The Third Child Will Be Mellow, And Other Lies People Tell

I’ve been wanting to write this post for a while. Hell, I’ve been wanting to write any post at all for a while. But I have to make it quick, because I have a very limited window before my 19 month-old attempts any of the following:

  • Pulling discarded food out of the trash for snack time
  • Attempting to remove, with mixed success, the electrical outlet covers
  • Opening the oven
  • Manning the stove
  • Locating a steak knife in the bottom dishwasher rack and setting off a potential Barbie hostage situation
  • Resisting sleep at gold medal levels
  • Breaking childproof locks clear off the cabinets from sheer brute force
  • Moving my car keys to various undisclosed locations

Maybe my mind has gone soft over the last year and a half, but I really do seem to remember hearing the following generalizations about third children when I was pregnant with mine:

“They just go with the flow. They have to.”

“They’re soooo mellow.”

Things like that.

Interesting, I say. Also, the term bullshit comes to mind.

I know that generalizations are just that. But still. I’m starting to think these are the same people who told me that, one day, I’ll forget the pain of childbirth. Or that one small square of chocolate can satisfy a sweet tooth.

Friends, my cabinets are locked down. My outlets are covered. My doors are all closed when rooms aren’t in use. These are things I did not do with my first two kids. In fact, I think I might have rolled my eyes when others did. (Truth. Sorry.)

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I admire this child and his desire to make his mark on our family. I further admire his clearly-defined plan to do so. It seems to have four basic components:

  • Stay awake, all the time, at all costs
  • Carve out a distinct path of destruction
  • Move, with abandon and whim, any and all important objects to top-secret-toddler locations
  • NEVER, ever lose contact with the giant colander

This last one is key. My sweet boy has an obsession with my kitchen ware. No kid-sized pots and pans, thankyouverymuch — I tried. Trust me. So while the Tupperware and various serving utensils really are his Toddler Toy Holy Grail, you’d better be prepared for 31 pounds of sheer fury to unleash upon you at the mere suggestion of taking that colander from him.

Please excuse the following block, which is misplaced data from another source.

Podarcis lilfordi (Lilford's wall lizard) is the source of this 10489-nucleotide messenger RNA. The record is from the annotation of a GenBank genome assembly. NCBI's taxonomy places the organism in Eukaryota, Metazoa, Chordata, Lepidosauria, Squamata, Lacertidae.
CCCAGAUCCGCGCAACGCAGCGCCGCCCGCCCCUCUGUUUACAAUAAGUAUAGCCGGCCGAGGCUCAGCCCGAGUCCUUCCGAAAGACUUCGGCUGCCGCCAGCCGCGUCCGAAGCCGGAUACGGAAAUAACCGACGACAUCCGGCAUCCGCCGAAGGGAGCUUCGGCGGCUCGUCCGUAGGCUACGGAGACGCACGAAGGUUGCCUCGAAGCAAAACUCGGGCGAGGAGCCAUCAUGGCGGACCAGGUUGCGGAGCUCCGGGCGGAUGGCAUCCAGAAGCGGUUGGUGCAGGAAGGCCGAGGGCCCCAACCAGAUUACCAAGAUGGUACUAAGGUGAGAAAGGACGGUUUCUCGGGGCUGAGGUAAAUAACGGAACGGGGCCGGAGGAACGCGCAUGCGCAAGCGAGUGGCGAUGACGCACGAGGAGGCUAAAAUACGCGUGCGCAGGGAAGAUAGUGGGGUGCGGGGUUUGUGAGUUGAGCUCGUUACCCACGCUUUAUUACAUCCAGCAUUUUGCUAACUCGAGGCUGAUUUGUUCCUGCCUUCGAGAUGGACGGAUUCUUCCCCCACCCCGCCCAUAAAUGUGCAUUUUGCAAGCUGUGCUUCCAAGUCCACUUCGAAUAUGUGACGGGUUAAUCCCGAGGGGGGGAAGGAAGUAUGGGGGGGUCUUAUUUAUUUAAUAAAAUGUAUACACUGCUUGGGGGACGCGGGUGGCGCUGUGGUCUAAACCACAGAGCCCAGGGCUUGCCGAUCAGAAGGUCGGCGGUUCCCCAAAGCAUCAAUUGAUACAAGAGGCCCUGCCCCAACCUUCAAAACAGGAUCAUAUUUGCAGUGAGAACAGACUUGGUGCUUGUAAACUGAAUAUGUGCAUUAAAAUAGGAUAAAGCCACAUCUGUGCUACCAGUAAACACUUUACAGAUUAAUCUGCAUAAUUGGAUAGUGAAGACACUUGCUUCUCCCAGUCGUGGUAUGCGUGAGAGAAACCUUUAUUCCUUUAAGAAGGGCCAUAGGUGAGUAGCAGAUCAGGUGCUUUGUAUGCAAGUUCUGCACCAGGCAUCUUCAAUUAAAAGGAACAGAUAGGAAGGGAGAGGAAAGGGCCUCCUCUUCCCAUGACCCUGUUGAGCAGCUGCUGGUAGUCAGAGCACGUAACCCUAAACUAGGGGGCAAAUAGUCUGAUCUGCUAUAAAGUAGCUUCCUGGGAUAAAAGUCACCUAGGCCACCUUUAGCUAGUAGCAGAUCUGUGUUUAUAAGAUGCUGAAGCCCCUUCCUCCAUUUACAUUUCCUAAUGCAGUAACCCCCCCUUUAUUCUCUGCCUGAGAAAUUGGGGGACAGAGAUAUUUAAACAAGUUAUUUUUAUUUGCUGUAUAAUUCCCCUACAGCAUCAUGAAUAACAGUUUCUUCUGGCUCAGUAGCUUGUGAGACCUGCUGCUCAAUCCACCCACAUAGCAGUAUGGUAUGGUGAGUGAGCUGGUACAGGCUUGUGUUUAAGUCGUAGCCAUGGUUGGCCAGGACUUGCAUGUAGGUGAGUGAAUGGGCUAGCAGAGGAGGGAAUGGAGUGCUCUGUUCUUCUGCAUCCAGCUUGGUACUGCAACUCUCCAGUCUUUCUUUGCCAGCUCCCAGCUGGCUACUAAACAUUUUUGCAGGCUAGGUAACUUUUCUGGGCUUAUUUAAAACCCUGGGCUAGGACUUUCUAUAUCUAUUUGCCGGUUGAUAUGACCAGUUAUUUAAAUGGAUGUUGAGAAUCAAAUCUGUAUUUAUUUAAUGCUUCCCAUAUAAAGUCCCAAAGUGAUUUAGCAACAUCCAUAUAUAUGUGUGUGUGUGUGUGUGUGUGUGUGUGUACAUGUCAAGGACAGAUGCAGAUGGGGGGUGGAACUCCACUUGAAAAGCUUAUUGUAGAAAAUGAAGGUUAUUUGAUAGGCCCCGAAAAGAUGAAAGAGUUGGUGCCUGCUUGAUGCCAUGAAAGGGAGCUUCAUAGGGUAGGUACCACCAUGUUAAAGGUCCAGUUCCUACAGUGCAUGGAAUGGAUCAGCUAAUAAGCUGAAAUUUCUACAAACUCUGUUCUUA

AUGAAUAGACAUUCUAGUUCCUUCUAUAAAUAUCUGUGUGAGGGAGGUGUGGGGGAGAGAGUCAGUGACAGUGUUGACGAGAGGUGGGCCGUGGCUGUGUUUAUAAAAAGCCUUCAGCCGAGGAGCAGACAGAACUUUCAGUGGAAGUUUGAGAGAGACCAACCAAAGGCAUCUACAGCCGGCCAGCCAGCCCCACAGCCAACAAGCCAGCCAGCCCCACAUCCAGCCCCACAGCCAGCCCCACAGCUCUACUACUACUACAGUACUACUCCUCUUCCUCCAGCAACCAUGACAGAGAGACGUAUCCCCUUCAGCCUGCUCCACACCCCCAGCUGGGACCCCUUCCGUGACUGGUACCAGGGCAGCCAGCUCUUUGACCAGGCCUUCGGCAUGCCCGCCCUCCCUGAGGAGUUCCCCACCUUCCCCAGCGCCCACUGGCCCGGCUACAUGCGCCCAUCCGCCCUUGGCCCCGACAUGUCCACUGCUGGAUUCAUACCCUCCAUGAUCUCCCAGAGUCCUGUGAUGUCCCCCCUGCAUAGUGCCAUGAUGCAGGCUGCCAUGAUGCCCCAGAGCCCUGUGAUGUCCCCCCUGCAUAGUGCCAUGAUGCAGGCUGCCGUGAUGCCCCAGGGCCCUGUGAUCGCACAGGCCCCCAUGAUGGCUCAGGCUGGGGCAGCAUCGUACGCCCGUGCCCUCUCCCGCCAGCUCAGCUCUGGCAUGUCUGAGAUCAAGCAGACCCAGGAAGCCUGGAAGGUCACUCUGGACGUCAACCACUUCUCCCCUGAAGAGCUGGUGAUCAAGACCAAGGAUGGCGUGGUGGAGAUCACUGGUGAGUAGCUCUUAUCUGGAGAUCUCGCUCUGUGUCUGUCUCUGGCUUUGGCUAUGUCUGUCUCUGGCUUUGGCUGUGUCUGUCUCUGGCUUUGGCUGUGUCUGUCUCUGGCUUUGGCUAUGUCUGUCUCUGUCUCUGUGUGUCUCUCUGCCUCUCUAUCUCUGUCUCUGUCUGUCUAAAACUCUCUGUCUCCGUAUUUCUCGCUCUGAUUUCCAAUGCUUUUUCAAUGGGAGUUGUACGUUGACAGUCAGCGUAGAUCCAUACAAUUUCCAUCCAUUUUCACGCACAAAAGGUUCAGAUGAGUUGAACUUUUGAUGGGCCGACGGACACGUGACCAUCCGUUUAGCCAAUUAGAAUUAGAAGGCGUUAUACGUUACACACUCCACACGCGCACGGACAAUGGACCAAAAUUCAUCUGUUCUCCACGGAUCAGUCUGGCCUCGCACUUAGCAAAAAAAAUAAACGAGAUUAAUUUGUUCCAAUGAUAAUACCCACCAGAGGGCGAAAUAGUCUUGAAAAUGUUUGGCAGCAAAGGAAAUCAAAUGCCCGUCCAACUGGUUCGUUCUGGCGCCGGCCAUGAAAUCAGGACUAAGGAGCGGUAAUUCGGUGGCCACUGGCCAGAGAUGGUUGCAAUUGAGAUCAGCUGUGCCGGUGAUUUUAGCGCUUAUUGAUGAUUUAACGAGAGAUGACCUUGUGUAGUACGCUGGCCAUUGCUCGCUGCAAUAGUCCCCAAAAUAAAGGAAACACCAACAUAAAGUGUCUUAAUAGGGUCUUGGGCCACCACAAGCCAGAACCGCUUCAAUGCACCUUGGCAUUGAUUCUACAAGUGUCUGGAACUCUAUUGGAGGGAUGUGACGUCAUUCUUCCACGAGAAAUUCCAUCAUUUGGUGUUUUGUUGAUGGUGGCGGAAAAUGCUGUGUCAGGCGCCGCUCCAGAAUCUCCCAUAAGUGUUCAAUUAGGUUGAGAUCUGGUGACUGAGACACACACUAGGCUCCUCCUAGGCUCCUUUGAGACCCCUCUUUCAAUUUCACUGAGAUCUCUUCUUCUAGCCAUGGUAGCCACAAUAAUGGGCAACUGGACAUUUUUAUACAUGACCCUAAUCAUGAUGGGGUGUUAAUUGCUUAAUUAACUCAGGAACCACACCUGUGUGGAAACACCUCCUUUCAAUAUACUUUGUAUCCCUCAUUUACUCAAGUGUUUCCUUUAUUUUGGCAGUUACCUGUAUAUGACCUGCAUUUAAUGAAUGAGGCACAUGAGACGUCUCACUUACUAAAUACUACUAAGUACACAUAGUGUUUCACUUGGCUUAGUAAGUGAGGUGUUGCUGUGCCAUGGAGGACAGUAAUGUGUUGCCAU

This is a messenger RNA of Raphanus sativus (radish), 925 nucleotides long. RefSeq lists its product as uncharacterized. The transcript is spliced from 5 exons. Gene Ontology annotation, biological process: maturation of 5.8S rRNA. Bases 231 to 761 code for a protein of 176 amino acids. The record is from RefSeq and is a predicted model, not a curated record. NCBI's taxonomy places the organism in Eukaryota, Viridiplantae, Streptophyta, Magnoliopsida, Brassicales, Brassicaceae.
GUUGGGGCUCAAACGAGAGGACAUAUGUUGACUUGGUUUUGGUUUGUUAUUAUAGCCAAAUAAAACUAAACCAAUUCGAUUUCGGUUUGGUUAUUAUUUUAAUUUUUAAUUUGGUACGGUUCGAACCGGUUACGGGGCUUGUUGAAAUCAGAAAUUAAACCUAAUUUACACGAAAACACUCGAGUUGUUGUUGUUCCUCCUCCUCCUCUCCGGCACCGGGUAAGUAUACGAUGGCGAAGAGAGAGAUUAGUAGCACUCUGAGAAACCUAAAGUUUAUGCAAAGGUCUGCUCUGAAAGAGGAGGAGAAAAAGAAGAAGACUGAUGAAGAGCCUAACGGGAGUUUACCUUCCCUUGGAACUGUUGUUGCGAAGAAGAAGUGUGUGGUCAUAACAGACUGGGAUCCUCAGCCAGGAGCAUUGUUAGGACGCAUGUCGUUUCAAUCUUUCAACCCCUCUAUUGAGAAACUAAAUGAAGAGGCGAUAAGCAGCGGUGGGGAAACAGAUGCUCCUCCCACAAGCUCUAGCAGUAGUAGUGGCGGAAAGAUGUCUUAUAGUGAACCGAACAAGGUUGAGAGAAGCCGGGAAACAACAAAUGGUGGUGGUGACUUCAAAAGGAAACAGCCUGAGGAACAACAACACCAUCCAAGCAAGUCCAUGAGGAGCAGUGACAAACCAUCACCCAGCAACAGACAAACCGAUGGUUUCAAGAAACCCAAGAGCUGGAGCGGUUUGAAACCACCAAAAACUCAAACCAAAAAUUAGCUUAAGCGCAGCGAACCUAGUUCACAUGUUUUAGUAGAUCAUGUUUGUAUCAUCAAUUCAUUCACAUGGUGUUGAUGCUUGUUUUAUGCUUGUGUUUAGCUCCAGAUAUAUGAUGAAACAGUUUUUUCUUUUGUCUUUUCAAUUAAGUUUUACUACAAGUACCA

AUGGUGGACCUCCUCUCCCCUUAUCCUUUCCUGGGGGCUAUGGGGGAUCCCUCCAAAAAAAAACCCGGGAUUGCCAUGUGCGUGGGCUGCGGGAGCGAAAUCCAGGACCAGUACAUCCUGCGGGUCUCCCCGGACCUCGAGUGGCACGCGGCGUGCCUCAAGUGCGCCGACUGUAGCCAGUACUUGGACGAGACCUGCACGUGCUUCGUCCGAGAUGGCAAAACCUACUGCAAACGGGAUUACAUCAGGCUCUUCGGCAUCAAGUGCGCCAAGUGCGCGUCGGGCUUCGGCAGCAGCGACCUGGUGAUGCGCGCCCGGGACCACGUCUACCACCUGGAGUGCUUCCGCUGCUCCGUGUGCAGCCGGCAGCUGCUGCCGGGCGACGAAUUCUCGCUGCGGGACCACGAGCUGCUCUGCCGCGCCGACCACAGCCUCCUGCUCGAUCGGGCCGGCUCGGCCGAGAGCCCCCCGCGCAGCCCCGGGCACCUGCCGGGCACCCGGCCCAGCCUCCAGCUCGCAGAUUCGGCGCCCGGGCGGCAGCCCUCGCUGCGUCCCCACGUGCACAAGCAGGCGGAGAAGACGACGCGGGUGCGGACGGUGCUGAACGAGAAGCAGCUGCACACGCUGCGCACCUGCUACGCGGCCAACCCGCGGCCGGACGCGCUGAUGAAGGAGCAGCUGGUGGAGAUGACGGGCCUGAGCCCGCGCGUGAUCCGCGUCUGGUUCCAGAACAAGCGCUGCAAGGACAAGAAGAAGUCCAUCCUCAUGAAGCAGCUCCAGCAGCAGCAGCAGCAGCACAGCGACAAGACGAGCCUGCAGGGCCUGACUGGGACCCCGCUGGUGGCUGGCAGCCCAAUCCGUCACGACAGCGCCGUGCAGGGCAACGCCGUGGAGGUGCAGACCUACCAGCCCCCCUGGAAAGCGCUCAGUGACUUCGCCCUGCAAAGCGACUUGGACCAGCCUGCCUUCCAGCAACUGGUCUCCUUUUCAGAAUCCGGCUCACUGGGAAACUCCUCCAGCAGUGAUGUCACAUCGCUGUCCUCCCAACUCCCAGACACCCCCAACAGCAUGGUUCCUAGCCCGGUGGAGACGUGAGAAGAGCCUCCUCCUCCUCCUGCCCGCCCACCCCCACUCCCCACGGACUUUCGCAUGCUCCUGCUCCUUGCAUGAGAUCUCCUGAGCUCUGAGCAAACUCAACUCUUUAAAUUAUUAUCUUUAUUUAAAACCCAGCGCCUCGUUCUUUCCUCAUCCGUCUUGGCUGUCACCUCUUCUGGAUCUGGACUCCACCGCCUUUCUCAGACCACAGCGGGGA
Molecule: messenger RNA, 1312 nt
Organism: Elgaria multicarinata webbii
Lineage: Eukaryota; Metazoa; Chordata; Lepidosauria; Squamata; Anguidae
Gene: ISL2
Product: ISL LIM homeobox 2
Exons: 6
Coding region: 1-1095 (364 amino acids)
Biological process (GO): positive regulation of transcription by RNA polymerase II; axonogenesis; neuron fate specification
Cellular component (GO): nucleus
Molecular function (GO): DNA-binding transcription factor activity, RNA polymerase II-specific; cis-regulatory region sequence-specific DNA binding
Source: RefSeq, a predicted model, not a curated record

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Some kids have security blankets or lovies. Mine holds a pasta strainer near and dear to his heart. It’s really no surprise, I guess, coming from a long line of carb loaders.

When not poised in a warrior-like position and wielding stainless steel cookware, he can often be found hoarding and stacking and nesting any and all things he can find. Like DVDs, princess accessories or perhaps random spices. They are found days to weeks later in unlikely places. Just before throwing away an old gift box leftover from Christmas the other day, I realized something was still inside. Oh, look, there’s my paprika, my sunglasses and my older son’s overdue library book, along with some half-eaten crackers.

Ask me how many minutes in an average day I spend trying to find the remote control for the TV. We should all thank him for helping us cut way back on our screen time.

So, the mellow third kid stereotype? Not happening.

He wants to be in the mix so badly, to participate in the orbit of his older siblings and join their craziness, their noise, their games. He wants to be busy busy busy busy busy.

He wants to be non-stop and he wants to be held.

He wants to not miss a single thing.

He is not mellow, this third child. He does not go with the flow. He wants to be heard.

And yet, once in a seemingly blue moon, he is still.

Just long enough for me to find my keys and wash out the colander.

 

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